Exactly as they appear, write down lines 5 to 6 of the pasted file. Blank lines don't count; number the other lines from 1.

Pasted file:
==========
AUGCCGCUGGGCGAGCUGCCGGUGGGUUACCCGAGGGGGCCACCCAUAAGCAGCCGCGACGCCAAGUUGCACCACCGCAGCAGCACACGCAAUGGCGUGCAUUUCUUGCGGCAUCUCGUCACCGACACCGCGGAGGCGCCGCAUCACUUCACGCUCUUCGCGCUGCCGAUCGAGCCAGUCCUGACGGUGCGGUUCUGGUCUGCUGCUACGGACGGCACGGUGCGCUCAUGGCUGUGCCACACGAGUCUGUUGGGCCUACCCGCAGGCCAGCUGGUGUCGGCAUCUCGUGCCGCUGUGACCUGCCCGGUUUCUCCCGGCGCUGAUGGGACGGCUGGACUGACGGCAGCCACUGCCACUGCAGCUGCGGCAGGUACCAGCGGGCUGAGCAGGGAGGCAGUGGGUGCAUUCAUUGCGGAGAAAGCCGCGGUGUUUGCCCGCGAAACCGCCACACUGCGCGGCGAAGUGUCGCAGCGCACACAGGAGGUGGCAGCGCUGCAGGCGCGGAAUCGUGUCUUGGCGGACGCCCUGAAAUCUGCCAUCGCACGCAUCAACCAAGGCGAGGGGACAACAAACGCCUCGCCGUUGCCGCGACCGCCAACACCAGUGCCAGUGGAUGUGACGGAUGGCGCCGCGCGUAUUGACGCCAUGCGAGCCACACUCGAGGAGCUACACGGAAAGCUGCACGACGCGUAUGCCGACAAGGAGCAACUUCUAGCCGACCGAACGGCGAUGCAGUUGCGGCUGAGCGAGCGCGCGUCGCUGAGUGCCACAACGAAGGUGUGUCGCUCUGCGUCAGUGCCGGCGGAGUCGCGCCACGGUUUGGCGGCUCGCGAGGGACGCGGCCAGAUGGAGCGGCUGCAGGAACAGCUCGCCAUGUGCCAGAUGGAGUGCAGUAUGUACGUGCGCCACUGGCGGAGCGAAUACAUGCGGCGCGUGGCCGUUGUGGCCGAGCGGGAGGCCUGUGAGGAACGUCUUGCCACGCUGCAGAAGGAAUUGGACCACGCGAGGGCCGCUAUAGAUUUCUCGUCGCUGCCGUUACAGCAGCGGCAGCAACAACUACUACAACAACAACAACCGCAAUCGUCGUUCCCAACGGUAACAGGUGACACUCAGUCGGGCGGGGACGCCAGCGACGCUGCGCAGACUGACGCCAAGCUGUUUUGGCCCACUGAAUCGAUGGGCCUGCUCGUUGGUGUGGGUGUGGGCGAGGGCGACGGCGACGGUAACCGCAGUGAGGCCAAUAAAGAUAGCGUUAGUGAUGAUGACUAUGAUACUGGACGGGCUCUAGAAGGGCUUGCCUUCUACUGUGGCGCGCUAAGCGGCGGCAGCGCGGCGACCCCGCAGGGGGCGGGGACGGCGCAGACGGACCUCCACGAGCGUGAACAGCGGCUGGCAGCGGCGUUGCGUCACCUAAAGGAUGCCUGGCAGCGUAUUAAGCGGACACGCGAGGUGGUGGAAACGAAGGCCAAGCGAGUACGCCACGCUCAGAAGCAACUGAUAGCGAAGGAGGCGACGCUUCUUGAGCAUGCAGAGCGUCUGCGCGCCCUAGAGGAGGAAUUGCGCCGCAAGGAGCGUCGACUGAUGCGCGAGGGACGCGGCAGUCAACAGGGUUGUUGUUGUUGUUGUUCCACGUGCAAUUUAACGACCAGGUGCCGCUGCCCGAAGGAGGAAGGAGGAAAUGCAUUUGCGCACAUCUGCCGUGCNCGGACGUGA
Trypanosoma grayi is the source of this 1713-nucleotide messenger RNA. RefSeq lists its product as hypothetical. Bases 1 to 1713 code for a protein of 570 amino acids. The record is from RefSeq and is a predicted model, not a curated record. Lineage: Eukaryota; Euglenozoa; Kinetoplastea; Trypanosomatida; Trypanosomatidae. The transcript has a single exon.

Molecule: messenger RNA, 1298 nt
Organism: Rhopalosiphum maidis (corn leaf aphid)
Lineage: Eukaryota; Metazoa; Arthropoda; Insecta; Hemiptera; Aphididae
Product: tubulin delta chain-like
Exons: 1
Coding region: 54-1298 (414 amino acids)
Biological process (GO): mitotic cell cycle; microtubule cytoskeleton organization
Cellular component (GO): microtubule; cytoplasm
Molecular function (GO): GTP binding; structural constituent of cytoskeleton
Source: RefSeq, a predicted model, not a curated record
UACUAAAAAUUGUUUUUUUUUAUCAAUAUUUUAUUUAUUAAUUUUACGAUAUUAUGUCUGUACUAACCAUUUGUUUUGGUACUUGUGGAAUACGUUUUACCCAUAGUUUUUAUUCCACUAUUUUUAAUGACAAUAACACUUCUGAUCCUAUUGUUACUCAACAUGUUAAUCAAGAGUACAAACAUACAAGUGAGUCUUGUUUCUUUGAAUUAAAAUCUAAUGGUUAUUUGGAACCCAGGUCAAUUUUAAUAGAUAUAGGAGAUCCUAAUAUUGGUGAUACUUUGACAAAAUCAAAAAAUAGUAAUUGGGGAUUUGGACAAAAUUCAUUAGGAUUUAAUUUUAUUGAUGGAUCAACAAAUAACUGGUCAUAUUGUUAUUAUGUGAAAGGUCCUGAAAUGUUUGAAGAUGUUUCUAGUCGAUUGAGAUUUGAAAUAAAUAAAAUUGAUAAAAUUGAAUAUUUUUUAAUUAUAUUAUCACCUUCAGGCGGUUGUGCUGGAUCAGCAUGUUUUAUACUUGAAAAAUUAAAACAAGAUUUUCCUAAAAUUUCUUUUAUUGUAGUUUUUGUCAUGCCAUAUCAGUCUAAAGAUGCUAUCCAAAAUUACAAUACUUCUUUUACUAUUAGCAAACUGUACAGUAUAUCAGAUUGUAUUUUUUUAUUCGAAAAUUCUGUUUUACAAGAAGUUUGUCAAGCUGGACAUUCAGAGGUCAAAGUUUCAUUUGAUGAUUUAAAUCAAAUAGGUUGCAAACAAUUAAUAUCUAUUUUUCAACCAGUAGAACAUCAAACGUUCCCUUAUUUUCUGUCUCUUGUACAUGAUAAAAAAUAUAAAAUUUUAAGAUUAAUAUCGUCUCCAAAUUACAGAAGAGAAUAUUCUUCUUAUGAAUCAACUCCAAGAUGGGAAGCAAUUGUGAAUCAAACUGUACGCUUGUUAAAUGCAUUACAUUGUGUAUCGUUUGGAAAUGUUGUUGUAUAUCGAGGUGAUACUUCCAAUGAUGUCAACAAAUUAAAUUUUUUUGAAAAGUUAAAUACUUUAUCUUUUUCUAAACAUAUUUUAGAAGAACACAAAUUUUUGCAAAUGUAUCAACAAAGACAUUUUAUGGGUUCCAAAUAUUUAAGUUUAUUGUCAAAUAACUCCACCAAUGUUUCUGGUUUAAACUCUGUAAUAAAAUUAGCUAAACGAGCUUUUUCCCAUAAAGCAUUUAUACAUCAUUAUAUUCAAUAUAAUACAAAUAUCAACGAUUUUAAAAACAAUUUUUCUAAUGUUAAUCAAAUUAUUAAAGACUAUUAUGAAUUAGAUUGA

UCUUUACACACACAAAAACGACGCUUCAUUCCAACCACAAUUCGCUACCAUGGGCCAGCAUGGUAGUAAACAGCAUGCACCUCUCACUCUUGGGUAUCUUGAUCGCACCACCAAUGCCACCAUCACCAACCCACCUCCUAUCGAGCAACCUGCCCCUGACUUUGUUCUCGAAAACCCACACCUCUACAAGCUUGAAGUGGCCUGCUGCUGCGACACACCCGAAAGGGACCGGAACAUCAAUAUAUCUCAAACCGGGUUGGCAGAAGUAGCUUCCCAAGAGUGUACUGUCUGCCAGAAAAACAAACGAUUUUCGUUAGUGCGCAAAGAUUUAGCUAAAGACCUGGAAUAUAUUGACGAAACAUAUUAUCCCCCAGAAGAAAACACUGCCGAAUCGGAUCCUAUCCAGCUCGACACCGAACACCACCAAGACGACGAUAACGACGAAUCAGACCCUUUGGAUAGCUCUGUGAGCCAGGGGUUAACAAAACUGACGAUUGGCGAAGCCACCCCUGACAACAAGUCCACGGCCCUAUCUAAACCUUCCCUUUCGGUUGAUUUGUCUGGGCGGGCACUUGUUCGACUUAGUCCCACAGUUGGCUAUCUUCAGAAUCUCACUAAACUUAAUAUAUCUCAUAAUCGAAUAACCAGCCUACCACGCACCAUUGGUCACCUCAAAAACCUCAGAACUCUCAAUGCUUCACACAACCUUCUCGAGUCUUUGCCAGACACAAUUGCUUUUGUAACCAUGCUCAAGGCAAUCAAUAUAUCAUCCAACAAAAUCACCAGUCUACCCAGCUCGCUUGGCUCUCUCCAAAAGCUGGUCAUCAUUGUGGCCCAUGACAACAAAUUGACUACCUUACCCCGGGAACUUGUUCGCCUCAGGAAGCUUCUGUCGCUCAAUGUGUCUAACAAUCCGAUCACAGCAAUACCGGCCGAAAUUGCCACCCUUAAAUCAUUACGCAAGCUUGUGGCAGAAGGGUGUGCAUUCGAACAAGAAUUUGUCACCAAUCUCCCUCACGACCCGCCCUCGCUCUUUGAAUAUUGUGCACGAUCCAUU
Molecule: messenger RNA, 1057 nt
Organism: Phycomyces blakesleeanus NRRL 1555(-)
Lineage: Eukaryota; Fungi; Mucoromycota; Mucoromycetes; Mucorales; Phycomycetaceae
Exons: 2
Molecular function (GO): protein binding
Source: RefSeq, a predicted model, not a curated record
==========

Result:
Lineage: Eukaryota; Metazoa; Arthropoda; Insecta; Hemiptera; Aphididae
Product: tubulin delta chain-like